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The PJ Tatler

by
Bridget Johnson

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May 12, 2014 - 1:43 pm

With the U.S. facing one of its most trying periods in the relationship with Russia, the White House won’t say if it’s even close to filling the ambassadorship in Moscow.

The post has been vacant since Feb. 26, when Ambassador Michael McFaul, appointed to the post in 2011, stepped down to rejoin his family in California.

White House press secretary Jay Carney was asked whether the delay in sending a successor to Moscow is because Geoffrey Pyatt, currently U.S. ambassador to Ukraine, is first in line for the job.

“I don’t have any comment on short lists or candidates for any position that’s currently in need of being filled, except to say that a position like that is one that — that teams in place to review personnel decisions act aggressively on, and that, you know, we will move on when the time is right and when everything is in place,” Carney said.

He brushed off suggestions that, with Russian aggression on the rise, it’s not a good idea to be lacking an American ambassador in Moscow.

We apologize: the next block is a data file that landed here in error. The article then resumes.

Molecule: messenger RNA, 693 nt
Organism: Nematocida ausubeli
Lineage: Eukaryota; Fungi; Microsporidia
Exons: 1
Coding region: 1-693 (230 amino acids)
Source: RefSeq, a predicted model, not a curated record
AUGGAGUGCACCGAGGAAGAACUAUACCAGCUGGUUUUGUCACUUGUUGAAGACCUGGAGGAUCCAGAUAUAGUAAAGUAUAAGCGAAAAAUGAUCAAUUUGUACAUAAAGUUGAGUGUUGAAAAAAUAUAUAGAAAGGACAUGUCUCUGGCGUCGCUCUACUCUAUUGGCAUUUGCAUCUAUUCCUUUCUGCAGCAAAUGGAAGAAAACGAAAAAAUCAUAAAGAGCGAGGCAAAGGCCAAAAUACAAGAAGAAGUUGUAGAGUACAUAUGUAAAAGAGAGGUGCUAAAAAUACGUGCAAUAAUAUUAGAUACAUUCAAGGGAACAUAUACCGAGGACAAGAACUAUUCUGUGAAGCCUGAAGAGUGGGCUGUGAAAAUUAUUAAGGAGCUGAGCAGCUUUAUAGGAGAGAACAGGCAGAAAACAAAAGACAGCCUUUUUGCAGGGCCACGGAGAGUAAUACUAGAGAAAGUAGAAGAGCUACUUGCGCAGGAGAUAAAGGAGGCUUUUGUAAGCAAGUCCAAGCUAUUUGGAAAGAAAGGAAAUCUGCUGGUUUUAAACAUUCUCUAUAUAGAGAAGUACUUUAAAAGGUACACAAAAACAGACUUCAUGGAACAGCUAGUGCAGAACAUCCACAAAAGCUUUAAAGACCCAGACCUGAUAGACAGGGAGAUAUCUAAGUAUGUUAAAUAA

“I think we have an excellent team at our embassy in Moscow, and I don’t believe that that’s been a hindrance. The fact of the matter is because of the crisis in Ukraine, we have had more high-level direct conversations between U.S. and Russian government officials probably in a short period of time that has been had in a long time,” Carney boasted.

“As a general matter, the president and President Putin have spoken frequently. Foreign Minister Lavrov and Secretary Kerry have met and spoken frequently,” he continued. “Unfortunately, Russia has against the will of the international community, the United States, the European Union, the G7 and pretty much most of the world, have decided to engage in practices that violate flagrantly international law that violate a sovereign nation’s territorial integrity and that seem to seek to destabilize the free and fair presidential elections that have been called for May 25 in that country.”

“So I can tell you on this personnel matter that it will be acted on as soon as the president is ready to name someone,” Carney added.

McCaul announced at the beginning of February that he would leave after the Sochi Games. Russia invaded Crimea as soon as McCaul left the State Department.

Bridget Johnson is a veteran journalist whose news articles and opinion columns have run in dozens of news outlets across the globe. Bridget first came to Washington to be online editor at The Hill, where she wrote The World from The Hill column on foreign policy. Previously she was an opinion writer and editorial board member at the Rocky Mountain News and nation/world news columnist at the Los Angeles Daily News. She is an NPR contributor and has contributed to USA Today, The Wall Street Journal, National Review Online, Politico and more, and has myriad television and radio credits as a commentator. Bridget is Washington Editor for PJ Media.

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Top Rated Comments